Rethinking the Death Penalty
What is going on here? First, it is important not to view these scattered developments through rose-colored glasses. Mental retardation is in some ways an "easy" issue. Pretrial grumblings from district judges do not change the constitutional landscape. Thirty-five people have been executed in the first six months of the year. Both Atkins and Ring will probably save lives but do not overtly question the underlying principles and practice of capital justice. Indeed, this year the Court issued some little-noted but harrowing rulings, including approving the death sentence of an inmate whose attorney was mentally ill throughout trial and failed to make any closing argument; and Attorney General Ashcroft is pursuing the federal death penalty with unprecedented vigor. Governor Ryan's principled moratorium and his commission's proposed reforms may be DOA after November's elections, and the future of Maryland's moratorium is even shakier.
Yet something, clearly, is going on: The Supreme Court has changed its position, those federal judges do feel emboldened to speak out, that New Jersey public has changed its view. You can see some of this new dynamic at work in Maryland. Governor Glendening described his moratorium as a stance of principle--"We must have absolute confidence in the integrity of the process"--but in fact it was all about politics. Townsend, no liberal firebrand, supported a moratorium for her own political good: The moratorium was first proposed by the Maryland legislature's black caucus, and Townsend took her stand to secure those legislators' endorsement. That a self-described New Democrat and conventional law-and-order lieutenant governor would tie her political future to racial sensitivity in capital sentencing would have been inconceivable just a year ago. Now, even presidential candidate John Kerry has announced his support for a moratorium, which would have been declared suicidal in the past--and which may well elevate capital punishment to serious visibility in the 2004 presidential race. In other words, alarm about capital punishment has left the world of legal abstraction and liberal jurisprudence to enter the political mainstream.
That lesson is amplified and clarified by the Supreme Court's ruling in Atkins, the mental retardation case. In terms of Supreme Court Kremlinology, it was important but not entirely surprising to find Justice Sandra Day O'Connor--who had written the Court's 1989 ruling supporting execution of the retarded--reversing herself: Last summer O'Connor voiced highly publicized doubts about the quality and credibility of capital trials and the likelihood that innocent people have been executed. Just as important was the signature on Atkins of Justice Anthony Kennedy, whose aspirations to succeed William Rehnquist as Chief Justice have lately been the subject of an intense Washington rumor mill.
The real news, however, lies in the terms of the decision itself, and the fact that these terms are accepted by Justices across the political spectrum. Justice Stevens's majority opinion traced the Court's reconsideration back to "public reaction to the execution of a mentally retarded murderer in Georgia" in 1986. [Emphasis added.] Stevens noted the steady passage of bans on executing the retarded over the years since, and rooted the opinion in a pointed citation from Chief Justice Earl Warren regarding "evolving standards of decency that mark the progress of a maturing society"--a knock upside the head to original-intent jurisprudence.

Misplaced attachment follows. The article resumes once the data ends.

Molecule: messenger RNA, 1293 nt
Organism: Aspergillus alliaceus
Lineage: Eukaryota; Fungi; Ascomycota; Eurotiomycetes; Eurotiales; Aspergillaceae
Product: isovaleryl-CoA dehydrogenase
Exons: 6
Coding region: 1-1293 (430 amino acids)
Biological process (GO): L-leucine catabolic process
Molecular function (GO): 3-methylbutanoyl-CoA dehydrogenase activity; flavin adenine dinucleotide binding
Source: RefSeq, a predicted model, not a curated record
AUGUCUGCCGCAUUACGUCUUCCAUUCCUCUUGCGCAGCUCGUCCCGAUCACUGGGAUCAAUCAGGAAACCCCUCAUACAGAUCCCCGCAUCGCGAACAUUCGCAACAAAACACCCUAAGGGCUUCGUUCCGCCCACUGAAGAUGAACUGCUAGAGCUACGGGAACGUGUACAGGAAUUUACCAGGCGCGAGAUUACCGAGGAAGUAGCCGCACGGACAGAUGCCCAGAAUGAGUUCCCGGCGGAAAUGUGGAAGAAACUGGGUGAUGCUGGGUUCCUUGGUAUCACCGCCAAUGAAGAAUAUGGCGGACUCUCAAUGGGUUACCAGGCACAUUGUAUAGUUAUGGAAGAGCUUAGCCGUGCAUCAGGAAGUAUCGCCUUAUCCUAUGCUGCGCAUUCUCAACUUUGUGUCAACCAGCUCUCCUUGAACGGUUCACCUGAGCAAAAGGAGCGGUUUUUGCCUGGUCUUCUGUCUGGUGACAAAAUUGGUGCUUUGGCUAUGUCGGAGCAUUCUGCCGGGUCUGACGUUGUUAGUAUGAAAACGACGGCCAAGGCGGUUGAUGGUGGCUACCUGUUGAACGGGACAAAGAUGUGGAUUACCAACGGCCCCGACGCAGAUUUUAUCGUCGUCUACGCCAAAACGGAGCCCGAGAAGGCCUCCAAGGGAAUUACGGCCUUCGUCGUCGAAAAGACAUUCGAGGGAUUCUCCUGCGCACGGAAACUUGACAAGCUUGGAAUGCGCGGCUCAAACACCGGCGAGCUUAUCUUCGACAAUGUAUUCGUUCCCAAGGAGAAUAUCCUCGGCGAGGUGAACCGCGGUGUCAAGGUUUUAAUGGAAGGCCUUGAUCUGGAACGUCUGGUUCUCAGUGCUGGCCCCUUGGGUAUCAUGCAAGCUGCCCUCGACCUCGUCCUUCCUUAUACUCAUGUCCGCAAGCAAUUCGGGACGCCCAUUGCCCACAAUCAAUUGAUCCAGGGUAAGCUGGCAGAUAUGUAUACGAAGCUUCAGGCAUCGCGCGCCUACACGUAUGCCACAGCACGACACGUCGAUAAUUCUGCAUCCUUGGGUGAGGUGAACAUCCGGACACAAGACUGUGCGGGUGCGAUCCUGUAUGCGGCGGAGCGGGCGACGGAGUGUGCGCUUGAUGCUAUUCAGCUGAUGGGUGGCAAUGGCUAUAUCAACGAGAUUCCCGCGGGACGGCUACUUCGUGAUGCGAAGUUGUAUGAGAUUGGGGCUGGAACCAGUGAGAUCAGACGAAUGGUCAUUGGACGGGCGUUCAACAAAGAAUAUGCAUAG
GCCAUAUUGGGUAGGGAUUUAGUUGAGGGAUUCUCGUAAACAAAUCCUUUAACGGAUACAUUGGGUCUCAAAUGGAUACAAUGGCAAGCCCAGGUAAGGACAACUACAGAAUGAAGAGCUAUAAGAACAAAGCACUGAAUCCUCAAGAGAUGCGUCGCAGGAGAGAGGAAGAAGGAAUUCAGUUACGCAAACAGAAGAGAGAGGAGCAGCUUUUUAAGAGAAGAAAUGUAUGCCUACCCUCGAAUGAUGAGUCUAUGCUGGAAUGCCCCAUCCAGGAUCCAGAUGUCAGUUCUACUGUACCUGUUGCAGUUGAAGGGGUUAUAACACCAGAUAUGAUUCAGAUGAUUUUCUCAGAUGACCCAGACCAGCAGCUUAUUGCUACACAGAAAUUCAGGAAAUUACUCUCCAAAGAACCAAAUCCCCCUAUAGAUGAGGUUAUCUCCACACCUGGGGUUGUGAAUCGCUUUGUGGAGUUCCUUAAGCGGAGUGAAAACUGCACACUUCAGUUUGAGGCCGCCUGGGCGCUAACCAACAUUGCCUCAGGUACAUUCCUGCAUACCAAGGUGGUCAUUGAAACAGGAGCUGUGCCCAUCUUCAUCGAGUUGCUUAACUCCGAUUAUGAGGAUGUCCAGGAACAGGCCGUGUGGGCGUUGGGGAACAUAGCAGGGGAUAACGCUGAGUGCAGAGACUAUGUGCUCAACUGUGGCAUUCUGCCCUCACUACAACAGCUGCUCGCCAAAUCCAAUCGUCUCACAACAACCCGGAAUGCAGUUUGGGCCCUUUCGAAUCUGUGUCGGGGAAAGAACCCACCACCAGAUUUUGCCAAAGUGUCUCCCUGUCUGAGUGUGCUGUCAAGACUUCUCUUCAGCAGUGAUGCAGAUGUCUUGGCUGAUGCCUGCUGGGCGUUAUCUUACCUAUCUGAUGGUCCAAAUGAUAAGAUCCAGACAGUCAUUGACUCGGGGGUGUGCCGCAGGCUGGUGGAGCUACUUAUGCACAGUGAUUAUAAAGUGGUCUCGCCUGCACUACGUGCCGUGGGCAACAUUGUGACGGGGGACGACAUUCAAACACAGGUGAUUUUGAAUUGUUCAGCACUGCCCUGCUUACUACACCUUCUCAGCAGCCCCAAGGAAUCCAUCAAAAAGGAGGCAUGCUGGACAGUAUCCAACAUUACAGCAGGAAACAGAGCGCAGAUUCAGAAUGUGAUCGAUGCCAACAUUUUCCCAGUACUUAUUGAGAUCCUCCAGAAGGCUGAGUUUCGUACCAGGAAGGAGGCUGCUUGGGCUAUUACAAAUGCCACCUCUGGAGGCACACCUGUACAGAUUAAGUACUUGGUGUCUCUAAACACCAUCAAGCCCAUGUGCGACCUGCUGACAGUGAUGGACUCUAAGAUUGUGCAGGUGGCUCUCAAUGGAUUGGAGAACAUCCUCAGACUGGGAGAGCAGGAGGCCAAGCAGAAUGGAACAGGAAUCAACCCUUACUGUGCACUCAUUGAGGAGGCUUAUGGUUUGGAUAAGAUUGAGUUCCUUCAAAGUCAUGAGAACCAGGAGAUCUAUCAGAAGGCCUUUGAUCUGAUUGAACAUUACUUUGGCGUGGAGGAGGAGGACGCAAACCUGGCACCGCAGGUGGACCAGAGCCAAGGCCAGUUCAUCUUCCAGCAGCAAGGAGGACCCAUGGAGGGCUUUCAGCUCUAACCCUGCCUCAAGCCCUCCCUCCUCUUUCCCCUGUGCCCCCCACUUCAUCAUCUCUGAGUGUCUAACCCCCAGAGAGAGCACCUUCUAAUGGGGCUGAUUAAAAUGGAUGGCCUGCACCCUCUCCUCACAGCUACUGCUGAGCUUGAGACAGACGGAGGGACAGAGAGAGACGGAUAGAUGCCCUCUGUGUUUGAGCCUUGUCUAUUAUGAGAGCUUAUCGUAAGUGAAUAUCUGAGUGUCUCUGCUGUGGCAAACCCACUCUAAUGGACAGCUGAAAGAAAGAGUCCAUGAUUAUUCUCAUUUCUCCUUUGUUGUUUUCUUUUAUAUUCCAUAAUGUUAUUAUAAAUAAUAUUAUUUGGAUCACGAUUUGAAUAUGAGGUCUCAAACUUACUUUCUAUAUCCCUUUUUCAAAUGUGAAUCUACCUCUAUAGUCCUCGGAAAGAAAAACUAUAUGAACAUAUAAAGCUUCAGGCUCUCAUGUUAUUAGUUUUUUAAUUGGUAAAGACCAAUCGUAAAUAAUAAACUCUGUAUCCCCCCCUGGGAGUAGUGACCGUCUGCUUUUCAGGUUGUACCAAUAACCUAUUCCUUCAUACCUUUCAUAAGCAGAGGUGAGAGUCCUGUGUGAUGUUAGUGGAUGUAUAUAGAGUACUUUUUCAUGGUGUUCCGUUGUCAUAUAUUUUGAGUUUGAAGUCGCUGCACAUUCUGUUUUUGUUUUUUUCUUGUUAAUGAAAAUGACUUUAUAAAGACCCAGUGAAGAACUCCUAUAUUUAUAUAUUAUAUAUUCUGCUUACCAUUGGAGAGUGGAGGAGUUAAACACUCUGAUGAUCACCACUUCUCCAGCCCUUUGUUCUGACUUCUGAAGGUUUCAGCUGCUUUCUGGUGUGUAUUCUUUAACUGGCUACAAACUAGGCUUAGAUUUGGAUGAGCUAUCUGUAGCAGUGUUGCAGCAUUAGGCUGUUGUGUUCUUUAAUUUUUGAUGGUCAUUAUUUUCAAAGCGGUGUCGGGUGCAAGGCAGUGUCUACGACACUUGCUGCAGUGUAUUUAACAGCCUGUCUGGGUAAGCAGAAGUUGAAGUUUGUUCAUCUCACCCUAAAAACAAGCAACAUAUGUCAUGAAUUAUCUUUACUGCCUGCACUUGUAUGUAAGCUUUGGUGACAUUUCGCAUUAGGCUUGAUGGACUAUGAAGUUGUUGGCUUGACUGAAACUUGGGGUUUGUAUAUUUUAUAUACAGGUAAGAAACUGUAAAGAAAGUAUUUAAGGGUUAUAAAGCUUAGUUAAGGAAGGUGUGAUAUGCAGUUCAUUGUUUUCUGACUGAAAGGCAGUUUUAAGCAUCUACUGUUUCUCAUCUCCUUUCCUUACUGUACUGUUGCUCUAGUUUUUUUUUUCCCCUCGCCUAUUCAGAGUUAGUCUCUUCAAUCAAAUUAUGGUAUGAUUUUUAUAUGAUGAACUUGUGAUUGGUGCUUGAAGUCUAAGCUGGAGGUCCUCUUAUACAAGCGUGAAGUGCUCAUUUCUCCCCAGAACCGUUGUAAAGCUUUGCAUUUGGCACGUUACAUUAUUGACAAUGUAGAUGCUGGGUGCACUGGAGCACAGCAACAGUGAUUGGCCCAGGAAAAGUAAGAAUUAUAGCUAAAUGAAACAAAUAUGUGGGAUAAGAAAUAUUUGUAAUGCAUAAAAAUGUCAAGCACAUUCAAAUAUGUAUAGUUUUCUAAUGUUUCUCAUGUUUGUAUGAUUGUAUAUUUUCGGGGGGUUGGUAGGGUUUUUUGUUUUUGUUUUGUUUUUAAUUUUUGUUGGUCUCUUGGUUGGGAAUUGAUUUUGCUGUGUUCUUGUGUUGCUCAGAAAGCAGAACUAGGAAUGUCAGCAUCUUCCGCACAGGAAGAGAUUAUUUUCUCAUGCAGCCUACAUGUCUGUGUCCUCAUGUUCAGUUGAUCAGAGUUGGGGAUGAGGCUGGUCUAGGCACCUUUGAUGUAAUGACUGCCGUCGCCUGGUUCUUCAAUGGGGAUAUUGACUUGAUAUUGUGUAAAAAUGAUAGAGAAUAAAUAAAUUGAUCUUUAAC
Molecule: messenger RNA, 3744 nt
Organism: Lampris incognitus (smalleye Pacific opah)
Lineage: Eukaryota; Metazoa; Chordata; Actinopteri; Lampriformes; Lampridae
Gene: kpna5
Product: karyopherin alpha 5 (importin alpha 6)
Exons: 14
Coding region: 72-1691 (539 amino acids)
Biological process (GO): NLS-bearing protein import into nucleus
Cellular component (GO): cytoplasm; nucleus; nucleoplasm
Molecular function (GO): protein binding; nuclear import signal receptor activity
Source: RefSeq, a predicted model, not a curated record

The decision's richest long-term implications are found in the footnotes. Footnote 21 places the Atkins decision in a transnational context: "Within the world community the imposition of the death penalty for crimes committed by mentally retarded offenders is overwhelmingly disapproved," Stevens wrote, citing an amicus brief filed by the European Union--virtually inviting further intervention from death-penalty opponents abroad. Footnote 25 is a window into just how deeply the Supreme Court's own internal death-penalty consensus has been rattled: "We cannot ignore the fact that in recent years a disturbing number of inmates on death row have been exonerated." Both suggest that the Court's traditional death-penalty reasoning is under uneasy review. A furious Chief Justice Rehnquist rose to the bait in his dissent, denouncing the "Court's decision to place weight on foreign laws." Justice Antonin Scalia went even further: "Seldom has an opinion of this Court rested so obviously upon nothing but the personal views of its members."
In a sense, Scalia is right. If the Court is newly uneasy about capital punishment, it is not because of some novel view of the Constitution. Instead, Atkins--even more deeply than the Maryland moratorium--suggests a lesson of immense importance to death-penalty campaigners: Politics matters. Grassroots activism matters. Last year, anti-death penalty advocates in Connecticut convinced the state legislature to ban executions of the retarded even though none of the seven individuals on Connecticut death row meet that standard. A seemingly meaningless reform--yet a year later it was cited by the Supreme Court among the evidence of an emerging consensus. Pressure from abroad matters: By citing the EU amicus brief instead of a similar argument by retired US diplomats, the Supreme Court majority sent a clear invitation to further expressions of world opinion.